6 Simple Ways to Rebound from a Down Day
Everyone has an off day every once in a while. Maybe a dream you had put you in a bad mood from the moment you woke up, or everything from your wardrobe options to your breakfast cereal seem uninspiring and just downright blah. You feel down in the dumps and wish you could hit a reset button—but you’re not entirely sure why.
If you’re in the midst of a down day right now, you’ve come to the right place. Here are six science-backed strategies that may help you lift your spirits and remind you that there is a brighter tomorrow.
1. Think About Wants Versus Needs
When a bad day strikes, you may start questioning why you feel this way or immediately start looking for solutions to your negative emotions. Instead, listen and be attuned to your needs in the moment—not necessarily to “fix” how you're feeling or distract yourself from it, but to find a greater sense of calm and comfort.
Michele Goldman, Psy.D., a psychologist and adviser to the Hope for Depression Research Foundation, suggests pausing and sitting with the question: “What is it that my body needs or wants right now?” And from there, Goldman says, think deeply about what will actually be helpful.
Practicing mindfulness by tuning in to your bodily senses and thoughts can help improve your mood. Even if it feels uncomfortable initially, observing any emotions and sensations you’re feeling without judgment may help you shift your day in a more positive direction. And you may discover that while your first thought was to spend the day zoning out on the couch, taking a walk instead will actually make you feel better.
2. Build a Meaningful Go-To Box
Sometimes, having tangible reminders of better days makes it easier to adopt a sunnier mindset. Research suggests that reflecting on happy and meaningful memories can evoke happy feelings.
Curating a collection of items that bring you joy—or at least make you smile—allows you to keep those good feelings at your fingertips. Your feel-better box can include pictures, cards, notes, trinkets, or even printed-out emails from a supervisor complimenting you on your hard work, or a meaningful message from a friend. It can be small items that have significance that only you will understand.
“Having a box like this can help lift your mood, remind you that people appreciate you and care about you, and connect you to others when you might not be near them,” Goldman says. “If you don’t have something like this, it can help to build it when you’re down. Start by looking through old photos and find the ones that make you smile.”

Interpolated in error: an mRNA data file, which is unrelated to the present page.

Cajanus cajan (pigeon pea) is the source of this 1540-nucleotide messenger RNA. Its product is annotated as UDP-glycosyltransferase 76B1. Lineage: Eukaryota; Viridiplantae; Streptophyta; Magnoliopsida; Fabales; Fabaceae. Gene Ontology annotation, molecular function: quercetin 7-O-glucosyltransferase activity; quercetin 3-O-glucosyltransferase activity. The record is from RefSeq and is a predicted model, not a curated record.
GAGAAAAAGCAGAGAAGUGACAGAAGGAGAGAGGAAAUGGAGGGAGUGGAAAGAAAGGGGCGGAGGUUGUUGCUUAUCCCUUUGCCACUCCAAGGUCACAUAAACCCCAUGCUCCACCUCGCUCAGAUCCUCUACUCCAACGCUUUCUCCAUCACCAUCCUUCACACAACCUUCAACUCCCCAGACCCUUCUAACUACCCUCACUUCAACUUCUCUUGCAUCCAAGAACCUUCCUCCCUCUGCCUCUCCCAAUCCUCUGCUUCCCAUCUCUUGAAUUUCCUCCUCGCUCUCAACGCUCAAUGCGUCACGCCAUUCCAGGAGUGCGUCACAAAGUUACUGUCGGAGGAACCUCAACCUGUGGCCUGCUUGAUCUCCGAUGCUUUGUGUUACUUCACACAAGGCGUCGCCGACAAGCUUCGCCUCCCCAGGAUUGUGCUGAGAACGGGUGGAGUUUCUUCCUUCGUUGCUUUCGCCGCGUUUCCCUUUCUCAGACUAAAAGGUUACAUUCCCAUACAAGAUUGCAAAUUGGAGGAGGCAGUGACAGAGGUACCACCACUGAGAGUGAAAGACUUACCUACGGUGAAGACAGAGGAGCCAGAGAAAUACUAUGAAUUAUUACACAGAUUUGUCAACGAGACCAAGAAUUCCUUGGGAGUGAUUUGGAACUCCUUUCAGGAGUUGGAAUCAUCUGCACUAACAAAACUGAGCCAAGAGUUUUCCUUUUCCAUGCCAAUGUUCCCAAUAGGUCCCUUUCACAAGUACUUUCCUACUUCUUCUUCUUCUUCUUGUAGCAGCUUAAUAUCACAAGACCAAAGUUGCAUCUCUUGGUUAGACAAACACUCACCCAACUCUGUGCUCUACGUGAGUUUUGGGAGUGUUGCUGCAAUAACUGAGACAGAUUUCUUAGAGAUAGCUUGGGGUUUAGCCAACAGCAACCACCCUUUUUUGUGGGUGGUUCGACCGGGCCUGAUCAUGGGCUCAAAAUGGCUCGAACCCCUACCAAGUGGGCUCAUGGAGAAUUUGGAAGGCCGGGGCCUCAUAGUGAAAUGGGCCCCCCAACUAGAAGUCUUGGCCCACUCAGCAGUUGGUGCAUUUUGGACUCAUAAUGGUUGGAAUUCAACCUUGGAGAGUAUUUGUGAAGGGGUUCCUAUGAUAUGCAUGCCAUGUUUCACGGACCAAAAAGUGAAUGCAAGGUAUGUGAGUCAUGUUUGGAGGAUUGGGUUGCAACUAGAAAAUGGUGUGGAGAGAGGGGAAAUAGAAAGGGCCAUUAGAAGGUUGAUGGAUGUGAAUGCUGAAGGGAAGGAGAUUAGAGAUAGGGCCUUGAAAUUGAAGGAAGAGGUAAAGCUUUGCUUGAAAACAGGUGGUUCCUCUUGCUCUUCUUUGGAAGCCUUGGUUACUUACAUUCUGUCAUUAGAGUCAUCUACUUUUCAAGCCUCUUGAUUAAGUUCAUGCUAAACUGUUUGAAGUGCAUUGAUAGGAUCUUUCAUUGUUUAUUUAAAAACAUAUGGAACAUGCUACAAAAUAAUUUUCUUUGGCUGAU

If you find you don’t have the energy to put together a whole collection of items, find just one and reflect on what it means to you.
3. Change Your Physical Environment
Sometimes, you need to physically alter your space in order to feel a bit better. Look around you and try to identify one quick change you can take to reset your environment for greater calm and comfort.
Can you spend five minutes tidying up to reduce clutter and, as a result, cut back some of your stress? Can you leave your phone in the next room? Goldman suggests other small changes like opening the blinds to let more natural light in or turning off your phone ringer if you still need to have your device nearby.
4. Smile—Even If You Have to Fake It
Cracking a smile may be the last thing on your mind when you’re just trying to get through a down day. Yet research suggests that the simple act of grinning may push your mind into a more positive state.
No, you don’t need to fake happiness, but by challenging yourself to smile—by watching a show or a TikTok account that makes you chuckle, looking at a picture that never fails to bring you joy, or texting a laugh-a-minute friend—you may just find yourself in a more emotionally positive state of mind.
5. Buy a New Houseplant
Having a houseplant near your desk, in your living room, or on your nightstand can do more for your well‑being than you may think. A study published in the Journal of Physiological Anthropology suggests that interacting with indoor plants may reduce physiological and psychological stress and contribute to feeling more comfortable and soothed.
Head to your local nursery or reposition a plant you already own so it’s in your line of sight. Spend some time trimming, watering, and admiring its beauty.
6. Take a Bath
Yes, baths are a clichéd self-care strategy touted by every influencer and wellness magazine, but research suggests that taking a bath can actually be a quick way to boost your mood. Taking a little tub time may help change up your routine when you’re not feeling your best, lower stress and tension, and lead to a sense of physical refreshment.
Take this as a sign to light a candle, turn on some relaxing music, and grab your favorite bath salts, if you so please. Relax, unwind, and remind yourself that even the most down day will pass.
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